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Mechanical trading systems - Weissman R.L.

Weissman R.L. Mechanical trading systems - Wiley publishing , 2005 . - 240 p.
ISBN 0-471-65435-3
Download (direct link): mechanicaltradingsystems2005.pdf
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could be argued that for other market participants, such as market makers, the statement is neither true nor false, because their ability to capture the spread between the bid and offer, as opposed to either the trending or mean reverting nature of the markets, leads to their success. Finally, when examining the entire spectrum of market participants, all of these statements are true at the same time.
This is the nature of the markets, expressing the many faces of their ever-changing higher truth. It is a higher truth in that it transcends dualistic notions of yes, no or true, false. This is why success in the markets has so many manifestations: trending, mean reverting, long term, intermediate term, swing trading, day trading, scalping, and so on. It is also why the market sometimes rewards and sometimes punishes the same behavior.
For those thinking that this section confirms the argument of random walk theorists, let me say in the true Zen Buddhist tradition that it simultaneously does and does not. Although it is true that there are some moments of randomness within the ever-changing face of the market, such short-term randomness in no way invalidates the market’s eternally repetitive patterns of trending and mean reverting market behavior.
It is because we can never know with certainty whether the market is in its mean reverting or trending phase, nor when it is changing from one to the other, that flexibility and open-mindedness are so crucial to success as a trader. The more we can allow for any possible outcome in the markets, the easier it will be for us to quickly admit when we are wrong and thereby accept small losses, let large winners run, and adapt to whatever the market is currently showing as its reality and truth.
The market has the potential to accelerate psychological and spiritual growth because it forces us to relinquish illusions and embrace the ever-changing nature of reality. A close friend and longtime colleague, Richard Hom, goes so far as to call participation in the markets reality therapy. In many arenas of life, illusions can be nurtured and coddled indefinitely. In the markets, however, illusions of being right are punished mercilessly and relentlessly until abandoned in favor of reality.1 Many careers never force us to admit our failures or accept responsibility for errors. Although pursuit of such livelihoods may sound satisfying to the fragile ego, they are intellectual, emotional, and spiritual dead ends. We grow through our failures and admission of fallibility; we mature by embracing humility and being nonattached to the results of our actions; we succeed by shattering illusions of control and flowing with the ever-changing nature of reality.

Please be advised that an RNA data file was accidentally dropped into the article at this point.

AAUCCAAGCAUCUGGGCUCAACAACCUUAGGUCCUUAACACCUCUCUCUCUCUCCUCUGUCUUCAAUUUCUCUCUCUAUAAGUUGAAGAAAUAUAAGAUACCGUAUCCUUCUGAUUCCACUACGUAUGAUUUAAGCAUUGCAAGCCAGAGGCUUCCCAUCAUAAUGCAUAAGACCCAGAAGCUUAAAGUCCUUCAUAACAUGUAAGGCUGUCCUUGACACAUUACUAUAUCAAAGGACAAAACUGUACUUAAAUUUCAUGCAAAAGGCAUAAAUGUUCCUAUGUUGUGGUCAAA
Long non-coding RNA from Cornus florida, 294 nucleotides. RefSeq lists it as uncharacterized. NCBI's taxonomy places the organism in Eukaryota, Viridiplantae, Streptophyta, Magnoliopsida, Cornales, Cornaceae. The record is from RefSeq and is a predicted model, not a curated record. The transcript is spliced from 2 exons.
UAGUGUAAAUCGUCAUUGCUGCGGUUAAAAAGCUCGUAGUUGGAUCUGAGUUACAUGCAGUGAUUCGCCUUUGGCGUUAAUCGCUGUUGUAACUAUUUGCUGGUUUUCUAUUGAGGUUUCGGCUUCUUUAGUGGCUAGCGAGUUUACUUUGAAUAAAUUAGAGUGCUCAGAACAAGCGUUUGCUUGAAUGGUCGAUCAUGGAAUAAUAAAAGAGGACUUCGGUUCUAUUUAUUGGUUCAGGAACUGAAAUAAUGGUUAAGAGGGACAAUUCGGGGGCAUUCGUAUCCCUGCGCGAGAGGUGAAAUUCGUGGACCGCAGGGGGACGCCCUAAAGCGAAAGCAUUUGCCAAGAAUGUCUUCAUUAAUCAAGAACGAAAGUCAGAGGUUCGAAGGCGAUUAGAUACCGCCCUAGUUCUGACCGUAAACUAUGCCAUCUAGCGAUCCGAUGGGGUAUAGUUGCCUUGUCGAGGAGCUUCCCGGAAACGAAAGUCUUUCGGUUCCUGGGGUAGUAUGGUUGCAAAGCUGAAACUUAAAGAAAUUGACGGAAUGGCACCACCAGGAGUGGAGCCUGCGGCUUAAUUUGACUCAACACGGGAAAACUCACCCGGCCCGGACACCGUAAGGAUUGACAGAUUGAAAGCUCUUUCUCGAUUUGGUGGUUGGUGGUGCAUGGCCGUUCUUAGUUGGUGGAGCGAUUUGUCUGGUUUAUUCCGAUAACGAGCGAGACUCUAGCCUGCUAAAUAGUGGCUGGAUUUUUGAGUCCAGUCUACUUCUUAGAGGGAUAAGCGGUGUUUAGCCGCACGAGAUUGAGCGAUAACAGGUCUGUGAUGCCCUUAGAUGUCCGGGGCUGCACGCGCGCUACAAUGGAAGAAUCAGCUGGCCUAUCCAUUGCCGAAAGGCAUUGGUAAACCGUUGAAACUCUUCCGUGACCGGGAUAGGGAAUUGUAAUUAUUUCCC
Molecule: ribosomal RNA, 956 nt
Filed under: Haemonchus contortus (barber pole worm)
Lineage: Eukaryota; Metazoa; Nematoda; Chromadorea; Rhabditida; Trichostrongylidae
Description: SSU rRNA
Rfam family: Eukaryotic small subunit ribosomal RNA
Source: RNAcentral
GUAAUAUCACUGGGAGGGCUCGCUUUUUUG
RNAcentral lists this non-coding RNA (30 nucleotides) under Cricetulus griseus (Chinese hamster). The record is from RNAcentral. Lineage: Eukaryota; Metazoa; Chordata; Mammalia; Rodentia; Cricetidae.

Can a person succeed as a trader without adopting this seemingly chaotic and unsettling view of the market? Of course. Because of the market’s multidimensional nature, with discipline, determination, and patience people can adapt to one level of its truth and enjoy a certain degree of suc-
Psychology of Mechanical Trading
cess. In this way the market is similar to the doctrines of higher truth found throughout the great religious traditions.
Such religious literature is filled with phrases offering different levels of truth to various people. For example, “judge not, lest ye be judged” reveals a lesson regarding ethical law that is grasped—though, like success in the markets, not easily practiced—by the entire congregation. Yet spiritual adepts simultaneously perceive this statement both as the commonly acknowledged moral percept and a spiritual admonition against acceptance of external reality (along with one’s own nature) based on illusory surface appearances.
Although seemingly contradictory in nature, this higher truth of market behavior is an embracing of the ever-changing order within the chaos. This concept of order within the chaos, and the fact that markets are perpetually changing, is why participants find trading so stressful and why mechanical trading systems prove to be such an invaluable tool for reprogramming us to do the unnatural and uncomfortable thing. It is our ability to embrace the risk of adversity and do what is uncomfortable that leads to rewards of profit.
Mechanical trading systems work because, through repetition, they train us to embrace the unnatural until it almost becomes second nature. When a person first learned to drive, putting the car in reverse seemed counterintuitive and unnatural because the wheel turned the car in the opposite direction from when it was going forward. Yet through a combination of instruction (which included watching and listening as more adept drivers walked the person through the process) and experience gained through repetition of the task, the unnatural eventually became natural.

Many somatic practices (martial arts, Feldenkrais, Alexander technique, etc.) believe that the body reprograms the mind and vice versa. It is interesting that the practice known in India as hatha yoga, which specifically addresses the idea of spiritual union through exertion of physical force, is more commonly known throughout the “intellectually focused” West simply as yoga, or union. Union of the mind and body is an integral aspect of our growth and evolution. This is why Chapter 5 emphasized the importance of physical exercise as a method of alleviating stress and maintaining balance in both trading and life in general.
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